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UPDATE: Zimbabwe is currently experiencing shortages of food, fuel and money plus outbreaks of cholera and typhoid. For more information, visit our Travel Alerts page.
Zimbabwe like most African nations has a host of dangerous diseases. Most are easy to avoid if you follow some basic rules, and the country isn't a lot more dangerous than most of its neighbours.
So any rules you hear below are pretty general for most of Southern and Eastern Africa. So if you are aware and take preventative measures, you'll hopefully be safe and healthy.
It is recommended that all travelers be up to date with their routine vaccinations however it is also well worth being vaccinated against the following:
Yellow Fever is not present in Zimbabwe however if you are entering the country from another country where the disease is present you will need proof of vaccination.
Zimbabwe's economy is almost non-existent and bad government policies have decimated what was once a powerful country. This bad economic management has killed the nation's health system.
Health services in Zimbabwe are extremely poor. Adequate treatment can be found in public and private hospitals in Harare, Bulawayo and Victoria Falls. However they do experience shortages of staff, water, power, medicines and equipment. Outside these main cities, medical treatment in rural areas is low quality and non existent in some places.
The few private hospitals in Harare are likely to also require payments of up to US$2000 in cash notes before a patient is admitted.
They are unlikely to offer treatment of certain illnesses or offer assistance in an accident or emergency, however for anything serious you will likely need to be medi-vac'd out to Johannesburg.
Medical supplies throughout Zimbabwe are very limited and some prescription medicines are not available (recently insulin) or are very expensive. In the event of a serious accident or illness, a medical evacuation to South Africa would be necessary, costing up to $25,000.
Malaria is a risk in all areas except Harare and Bulawayo.
Other mosquito-borne diseases (including filariasis) are also prevalent in Zimbabwe.
Water-borne, food-borne and other infectious diseases (including hepatitis, tuberculosis, measles, typhoid and rabies) are prevalent, with more serious outbreaks occurring from time to time.
Malaria is a major killer across Africa, and for the price of a $2 mosquito net, it's wise to protect yourself.
It is not recommended to drink the local water, including what comes out of a tap. Instead, boil your water or use water purification tablets before drinking.
Most typhoid cases in Zimbabwe are due to poor hygiene and water contamination. The best way to prevent getting Typhoid Fever is to wash your hands often, avoid drinking tap water and never eat anything that can't be peeled or hasn't been cooked.
Outbreaks of cholera, or other enteric diseases such as typhoid, can occur.
A severe cholera outbreak affected most of Zimbabwe between August 2008 and July 2009. Cholera deaths have decreased recently, although the disease is still present and may break out again with little warning.
We advise you to drink water only from known safe sources (eg bottled, chlorinated or boiled water) and to maintain strict hygiene standards while travelling in Zimbabwe.
Cholera can be prevented by being immunised before your trip.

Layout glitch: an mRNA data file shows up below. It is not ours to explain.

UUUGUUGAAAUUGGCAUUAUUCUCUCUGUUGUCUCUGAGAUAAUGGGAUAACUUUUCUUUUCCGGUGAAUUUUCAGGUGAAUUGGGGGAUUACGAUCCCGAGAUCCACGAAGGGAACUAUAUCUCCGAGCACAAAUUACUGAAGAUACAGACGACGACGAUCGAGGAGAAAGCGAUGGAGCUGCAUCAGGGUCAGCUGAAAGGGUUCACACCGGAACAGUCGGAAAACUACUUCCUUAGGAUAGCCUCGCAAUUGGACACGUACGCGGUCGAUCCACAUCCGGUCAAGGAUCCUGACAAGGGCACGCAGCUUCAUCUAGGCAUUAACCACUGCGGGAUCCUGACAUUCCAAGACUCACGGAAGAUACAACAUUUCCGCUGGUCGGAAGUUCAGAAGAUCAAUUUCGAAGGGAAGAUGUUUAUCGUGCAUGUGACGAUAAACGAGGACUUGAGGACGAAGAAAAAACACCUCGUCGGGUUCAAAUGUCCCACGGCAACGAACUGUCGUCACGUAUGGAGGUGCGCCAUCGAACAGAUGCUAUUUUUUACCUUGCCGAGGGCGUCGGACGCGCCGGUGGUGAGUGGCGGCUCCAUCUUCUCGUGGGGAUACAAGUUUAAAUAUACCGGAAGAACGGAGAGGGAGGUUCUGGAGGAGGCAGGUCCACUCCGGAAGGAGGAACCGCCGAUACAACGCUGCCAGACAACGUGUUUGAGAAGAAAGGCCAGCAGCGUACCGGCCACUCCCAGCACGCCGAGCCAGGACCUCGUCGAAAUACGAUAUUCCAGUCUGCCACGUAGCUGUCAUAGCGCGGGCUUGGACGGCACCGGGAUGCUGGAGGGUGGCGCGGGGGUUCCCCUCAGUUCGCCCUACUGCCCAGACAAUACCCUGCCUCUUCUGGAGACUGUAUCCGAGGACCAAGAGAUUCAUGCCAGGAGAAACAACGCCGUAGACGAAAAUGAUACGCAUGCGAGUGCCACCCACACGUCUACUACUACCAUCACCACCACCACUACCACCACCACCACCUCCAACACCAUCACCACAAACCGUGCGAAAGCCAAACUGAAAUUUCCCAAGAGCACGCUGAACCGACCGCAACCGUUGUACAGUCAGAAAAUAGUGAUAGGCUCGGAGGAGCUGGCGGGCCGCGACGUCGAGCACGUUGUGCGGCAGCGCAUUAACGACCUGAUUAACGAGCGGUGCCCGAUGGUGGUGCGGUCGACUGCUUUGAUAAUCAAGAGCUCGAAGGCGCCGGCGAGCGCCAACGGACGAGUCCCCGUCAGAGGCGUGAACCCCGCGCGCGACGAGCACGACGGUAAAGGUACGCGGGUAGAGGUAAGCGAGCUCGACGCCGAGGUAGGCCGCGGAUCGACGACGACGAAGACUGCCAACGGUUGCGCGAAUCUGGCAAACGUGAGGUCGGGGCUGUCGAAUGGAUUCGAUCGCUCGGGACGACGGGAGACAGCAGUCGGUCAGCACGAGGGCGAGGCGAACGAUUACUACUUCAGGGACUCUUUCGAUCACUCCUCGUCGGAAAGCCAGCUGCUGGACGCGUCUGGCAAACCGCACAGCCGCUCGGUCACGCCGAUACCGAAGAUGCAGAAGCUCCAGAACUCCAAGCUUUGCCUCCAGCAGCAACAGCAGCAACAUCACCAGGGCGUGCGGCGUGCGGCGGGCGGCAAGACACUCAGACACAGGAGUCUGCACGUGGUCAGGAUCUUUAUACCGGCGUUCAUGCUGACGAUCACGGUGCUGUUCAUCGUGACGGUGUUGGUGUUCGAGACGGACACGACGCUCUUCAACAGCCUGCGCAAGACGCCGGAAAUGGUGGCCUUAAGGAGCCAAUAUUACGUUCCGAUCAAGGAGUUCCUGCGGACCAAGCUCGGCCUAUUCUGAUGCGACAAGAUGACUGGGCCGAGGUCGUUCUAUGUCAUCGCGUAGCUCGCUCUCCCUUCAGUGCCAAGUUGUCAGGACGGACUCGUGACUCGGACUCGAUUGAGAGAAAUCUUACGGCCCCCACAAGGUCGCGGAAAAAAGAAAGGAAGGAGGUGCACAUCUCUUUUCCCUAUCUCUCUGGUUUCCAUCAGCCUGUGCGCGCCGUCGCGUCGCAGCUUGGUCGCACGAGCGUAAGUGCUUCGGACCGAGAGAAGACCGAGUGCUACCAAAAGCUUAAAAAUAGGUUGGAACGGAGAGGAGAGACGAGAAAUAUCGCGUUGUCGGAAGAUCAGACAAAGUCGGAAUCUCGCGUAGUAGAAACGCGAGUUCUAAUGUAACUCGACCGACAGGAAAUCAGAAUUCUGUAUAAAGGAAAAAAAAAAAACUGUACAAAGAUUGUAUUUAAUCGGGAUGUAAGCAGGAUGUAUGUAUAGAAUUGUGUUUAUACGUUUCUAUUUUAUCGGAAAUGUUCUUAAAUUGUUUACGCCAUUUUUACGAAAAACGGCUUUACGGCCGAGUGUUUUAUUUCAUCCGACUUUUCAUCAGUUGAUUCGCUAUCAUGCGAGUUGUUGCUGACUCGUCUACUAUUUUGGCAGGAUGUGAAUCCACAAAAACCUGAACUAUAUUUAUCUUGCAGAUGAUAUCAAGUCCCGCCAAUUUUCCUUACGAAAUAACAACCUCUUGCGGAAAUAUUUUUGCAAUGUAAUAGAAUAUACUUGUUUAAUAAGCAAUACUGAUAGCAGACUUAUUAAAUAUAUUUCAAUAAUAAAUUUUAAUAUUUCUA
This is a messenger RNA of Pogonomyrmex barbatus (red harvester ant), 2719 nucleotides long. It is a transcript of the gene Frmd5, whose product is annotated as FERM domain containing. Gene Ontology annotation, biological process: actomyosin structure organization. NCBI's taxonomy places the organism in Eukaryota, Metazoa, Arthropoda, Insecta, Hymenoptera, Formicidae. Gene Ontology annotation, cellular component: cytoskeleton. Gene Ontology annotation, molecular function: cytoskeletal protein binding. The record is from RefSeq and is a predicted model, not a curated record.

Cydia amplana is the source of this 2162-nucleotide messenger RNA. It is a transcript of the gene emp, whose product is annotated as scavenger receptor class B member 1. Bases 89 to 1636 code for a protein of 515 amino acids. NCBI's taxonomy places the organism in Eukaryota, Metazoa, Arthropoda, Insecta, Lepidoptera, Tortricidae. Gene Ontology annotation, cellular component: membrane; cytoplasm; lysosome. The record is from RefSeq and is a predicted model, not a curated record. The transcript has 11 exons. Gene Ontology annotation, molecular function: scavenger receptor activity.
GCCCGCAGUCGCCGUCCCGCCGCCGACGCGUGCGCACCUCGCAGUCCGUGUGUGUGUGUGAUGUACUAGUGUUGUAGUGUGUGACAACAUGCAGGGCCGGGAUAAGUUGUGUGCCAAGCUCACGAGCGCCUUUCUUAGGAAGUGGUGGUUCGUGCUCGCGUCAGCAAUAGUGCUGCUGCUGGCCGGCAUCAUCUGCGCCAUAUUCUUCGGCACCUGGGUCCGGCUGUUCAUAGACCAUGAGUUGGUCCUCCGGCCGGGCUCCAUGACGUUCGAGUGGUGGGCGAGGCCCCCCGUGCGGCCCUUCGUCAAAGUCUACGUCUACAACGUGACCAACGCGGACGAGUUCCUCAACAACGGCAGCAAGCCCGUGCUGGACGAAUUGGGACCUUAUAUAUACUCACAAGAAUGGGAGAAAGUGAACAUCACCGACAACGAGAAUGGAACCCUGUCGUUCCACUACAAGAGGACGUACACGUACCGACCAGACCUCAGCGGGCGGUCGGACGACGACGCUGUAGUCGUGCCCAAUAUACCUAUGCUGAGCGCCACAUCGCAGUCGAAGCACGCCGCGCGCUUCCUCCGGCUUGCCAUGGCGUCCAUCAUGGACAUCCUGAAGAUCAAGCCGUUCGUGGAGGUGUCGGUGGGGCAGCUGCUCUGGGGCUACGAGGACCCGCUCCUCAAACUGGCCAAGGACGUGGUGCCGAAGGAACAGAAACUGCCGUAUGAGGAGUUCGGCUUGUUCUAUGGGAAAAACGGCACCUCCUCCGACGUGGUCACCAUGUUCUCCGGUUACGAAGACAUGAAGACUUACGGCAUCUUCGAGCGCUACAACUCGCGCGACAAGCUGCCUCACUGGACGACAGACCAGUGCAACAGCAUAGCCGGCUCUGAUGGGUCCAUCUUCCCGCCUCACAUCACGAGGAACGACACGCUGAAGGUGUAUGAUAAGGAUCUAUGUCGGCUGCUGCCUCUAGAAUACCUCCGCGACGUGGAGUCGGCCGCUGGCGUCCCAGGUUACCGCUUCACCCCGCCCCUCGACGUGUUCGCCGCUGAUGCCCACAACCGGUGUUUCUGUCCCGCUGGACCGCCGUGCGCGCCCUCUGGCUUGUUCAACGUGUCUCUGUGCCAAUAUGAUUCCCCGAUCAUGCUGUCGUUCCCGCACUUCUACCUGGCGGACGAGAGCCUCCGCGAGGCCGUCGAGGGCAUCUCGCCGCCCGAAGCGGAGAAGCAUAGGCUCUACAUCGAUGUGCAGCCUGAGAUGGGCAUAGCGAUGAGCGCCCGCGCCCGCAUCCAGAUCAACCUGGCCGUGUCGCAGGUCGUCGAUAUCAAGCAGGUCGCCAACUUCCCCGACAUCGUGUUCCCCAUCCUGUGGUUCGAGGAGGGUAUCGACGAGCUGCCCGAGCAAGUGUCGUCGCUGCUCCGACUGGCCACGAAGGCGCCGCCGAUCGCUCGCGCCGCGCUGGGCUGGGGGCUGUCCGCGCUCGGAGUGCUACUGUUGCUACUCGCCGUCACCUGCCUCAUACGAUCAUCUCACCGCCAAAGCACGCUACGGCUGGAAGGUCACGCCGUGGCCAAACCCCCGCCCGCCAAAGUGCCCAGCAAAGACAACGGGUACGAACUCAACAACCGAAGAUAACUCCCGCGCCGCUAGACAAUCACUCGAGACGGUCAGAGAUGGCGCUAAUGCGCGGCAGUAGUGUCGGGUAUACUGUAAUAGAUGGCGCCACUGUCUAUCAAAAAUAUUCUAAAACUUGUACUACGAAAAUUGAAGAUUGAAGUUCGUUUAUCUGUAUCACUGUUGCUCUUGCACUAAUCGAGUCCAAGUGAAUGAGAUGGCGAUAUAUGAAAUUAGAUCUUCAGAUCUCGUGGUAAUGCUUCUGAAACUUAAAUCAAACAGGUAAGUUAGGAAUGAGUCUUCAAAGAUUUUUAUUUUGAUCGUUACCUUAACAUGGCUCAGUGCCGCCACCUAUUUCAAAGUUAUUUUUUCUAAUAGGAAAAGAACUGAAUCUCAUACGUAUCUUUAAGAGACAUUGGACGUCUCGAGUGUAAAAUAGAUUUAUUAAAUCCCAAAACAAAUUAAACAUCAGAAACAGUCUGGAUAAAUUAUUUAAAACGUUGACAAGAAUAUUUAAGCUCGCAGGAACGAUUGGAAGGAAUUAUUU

Any travel doctor can help you out, so get sorted with a Cholera vaccination before you leave.
The rate of HIV/AIDS infection in Zimbabwe is very high. In 2016, UNAIDS stated that approximately 1,300,000 people were living with HIV/AIDS in the country, however new infections and deaths have continued to decrease since 2010. You should exercise appropriate precautions if engaging in activities that expose you to risk of infection.
Few Zimbabweans with HIV receive the treatment they need to survive, and few hospitals are equipped to provide adequate care. This means that up to 3,500 people die from AIDS-related illness each week.
First rule, don't rush into any unknown waterways. You wouldn't do it at home, so the same drill applies in Africa.
Swimming in lakes and rivers is unsafe because of the possibility of being attacked by wildlife such as Nile crocodiles and hippos. Hippos are highly territorial and aggressive making them the most dangerous land animal in Africa, killing approximately 3000 people annually. And despite their big podgy bodies, they are quite agile animals on land and in the water.
Nile crocodiles are fast moving opportunistic predators and don't discriminate between you or an impala. It is estimated that hundreds of people are killed each year by them however most deaths go unreported. And as they are often found in proximity to human populations such as towns and villages, it pays to be alert so you avoid putting yourself on its menu!
Snakes and scorpions are also some others to keep an eye out for especially if you are out walking or hiking. Most people are bitten on the lower leg especially if they have been walking through long grass.
To avoid being bitten it's important to wear proper hiking boots, long pants and thick socks. Gaiters may also be a good idea too. Plus remember to shake your boots out before putting them on in case a scorpion has decided that your boot makes a wonderfully cosy home. Carrying a first aid kid with compression bandages doesn't go astray just in case you or someone else is bitten.
If you do get bitten, remember: Stay calm and seek medical help quickly. Try to keep a description of the snake or scorpion concerned which will help doctors treat you with the correct anti-venom.
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